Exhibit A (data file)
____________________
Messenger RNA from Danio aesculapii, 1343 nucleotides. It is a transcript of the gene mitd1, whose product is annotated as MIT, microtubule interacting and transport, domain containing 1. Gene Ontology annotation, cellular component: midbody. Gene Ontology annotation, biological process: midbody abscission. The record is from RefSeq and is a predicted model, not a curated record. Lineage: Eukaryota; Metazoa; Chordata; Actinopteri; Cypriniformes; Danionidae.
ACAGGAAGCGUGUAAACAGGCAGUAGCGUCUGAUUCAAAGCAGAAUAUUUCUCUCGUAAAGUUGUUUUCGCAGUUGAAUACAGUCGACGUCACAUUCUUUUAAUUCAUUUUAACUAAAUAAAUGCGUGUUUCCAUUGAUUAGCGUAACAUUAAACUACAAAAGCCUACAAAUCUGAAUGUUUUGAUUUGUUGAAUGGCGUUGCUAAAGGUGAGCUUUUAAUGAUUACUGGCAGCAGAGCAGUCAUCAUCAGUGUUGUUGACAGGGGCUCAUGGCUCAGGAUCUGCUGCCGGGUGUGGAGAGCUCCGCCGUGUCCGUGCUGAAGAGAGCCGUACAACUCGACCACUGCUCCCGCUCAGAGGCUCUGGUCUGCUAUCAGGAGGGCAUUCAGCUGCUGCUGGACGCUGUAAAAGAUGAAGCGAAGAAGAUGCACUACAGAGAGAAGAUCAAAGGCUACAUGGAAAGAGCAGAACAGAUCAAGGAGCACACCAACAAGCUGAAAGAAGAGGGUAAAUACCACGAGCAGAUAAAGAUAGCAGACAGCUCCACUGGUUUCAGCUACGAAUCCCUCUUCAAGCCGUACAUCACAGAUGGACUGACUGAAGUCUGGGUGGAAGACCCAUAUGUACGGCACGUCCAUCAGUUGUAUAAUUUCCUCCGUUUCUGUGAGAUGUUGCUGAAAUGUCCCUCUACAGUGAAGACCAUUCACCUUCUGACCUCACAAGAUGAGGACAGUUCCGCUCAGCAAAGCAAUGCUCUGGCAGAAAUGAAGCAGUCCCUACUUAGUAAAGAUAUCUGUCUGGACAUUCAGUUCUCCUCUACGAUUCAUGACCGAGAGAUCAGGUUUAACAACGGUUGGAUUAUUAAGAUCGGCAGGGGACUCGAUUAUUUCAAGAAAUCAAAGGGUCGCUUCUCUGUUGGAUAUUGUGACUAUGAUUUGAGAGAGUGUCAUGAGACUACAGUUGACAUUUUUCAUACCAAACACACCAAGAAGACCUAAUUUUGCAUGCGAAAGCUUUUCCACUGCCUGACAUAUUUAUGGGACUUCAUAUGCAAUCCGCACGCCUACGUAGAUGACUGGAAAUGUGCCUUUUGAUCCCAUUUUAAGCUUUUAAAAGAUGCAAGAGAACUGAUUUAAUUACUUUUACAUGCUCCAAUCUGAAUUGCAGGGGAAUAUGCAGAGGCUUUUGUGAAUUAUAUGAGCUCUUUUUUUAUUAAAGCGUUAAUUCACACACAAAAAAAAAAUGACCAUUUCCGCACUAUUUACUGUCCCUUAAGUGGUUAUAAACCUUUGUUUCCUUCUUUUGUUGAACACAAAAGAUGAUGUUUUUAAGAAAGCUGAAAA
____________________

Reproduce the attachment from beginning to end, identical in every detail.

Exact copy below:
Messenger RNA from Danio aesculapii, 1343 nucleotides. It is a transcript of the gene mitd1, whose product is annotated as MIT, microtubule interacting and transport, domain containing 1. Gene Ontology annotation, cellular component: midbody. Gene Ontology annotation, biological process: midbody abscission. The record is from RefSeq and is a predicted model, not a curated record. Lineage: Eukaryota; Metazoa; Chordata; Actinopteri; Cypriniformes; Danionidae.
ACAGGAAGCGUGUAAACAGGCAGUAGCGUCUGAUUCAAAGCAGAAUAUUUCUCUCGUAAAGUUGUUUUCGCAGUUGAAUACAGUCGACGUCACAUUCUUUUAAUUCAUUUUAACUAAAUAAAUGCGUGUUUCCAUUGAUUAGCGUAACAUUAAACUACAAAAGCCUACAAAUCUGAAUGUUUUGAUUUGUUGAAUGGCGUUGCUAAAGGUGAGCUUUUAAUGAUUACUGGCAGCAGAGCAGUCAUCAUCAGUGUUGUUGACAGGGGCUCAUGGCUCAGGAUCUGCUGCCGGGUGUGGAGAGCUCCGCCGUGUCCGUGCUGAAGAGAGCCGUACAACUCGACCACUGCUCCCGCUCAGAGGCUCUGGUCUGCUAUCAGGAGGGCAUUCAGCUGCUGCUGGACGCUGUAAAAGAUGAAGCGAAGAAGAUGCACUACAGAGAGAAGAUCAAAGGCUACAUGGAAAGAGCAGAACAGAUCAAGGAGCACACCAACAAGCUGAAAGAAGAGGGUAAAUACCACGAGCAGAUAAAGAUAGCAGACAGCUCCACUGGUUUCAGCUACGAAUCCCUCUUCAAGCCGUACAUCACAGAUGGACUGACUGAAGUCUGGGUGGAAGACCCAUAUGUACGGCACGUCCAUCAGUUGUAUAAUUUCCUCCGUUUCUGUGAGAUGUUGCUGAAAUGUCCCUCUACAGUGAAGACCAUUCACCUUCUGACCUCACAAGAUGAGGACAGUUCCGCUCAGCAAAGCAAUGCUCUGGCAGAAAUGAAGCAGUCCCUACUUAGUAAAGAUAUCUGUCUGGACAUUCAGUUCUCCUCUACGAUUCAUGACCGAGAGAUCAGGUUUAACAACGGUUGGAUUAUUAAGAUCGGCAGGGGACUCGAUUAUUUCAAGAAAUCAAAGGGUCGCUUCUCUGUUGGAUAUUGUGACUAUGAUUUGAGAGAGUGUCAUGAGACUACAGUUGACAUUUUUCAUACCAAACACACCAAGAAGACCUAAUUUUGCAUGCGAAAGCUUUUCCACUGCCUGACAUAUUUAUGGGACUUCAUAUGCAAUCCGCACGCCUACGUAGAUGACUGGAAAUGUGCCUUUUGAUCCCAUUUUAAGCUUUUAAAAGAUGCAAGAGAACUGAUUUAAUUACUUUUACAUGCUCCAAUCUGAAUUGCAGGGGAAUAUGCAGAGGCUUUUGUGAAUUAUAUGAGCUCUUUUUUUAUUAAAGCGUUAAUUCACACACAAAAAAAAAAUGACCAUUUCCGCACUAUUUACUGUCCCUUAAGUGGUUAUAAACCUUUGUUUCCUUCUUUUGUUGAACACAAAAGAUGAUGUUUUUAAGAAAGCUGAAAA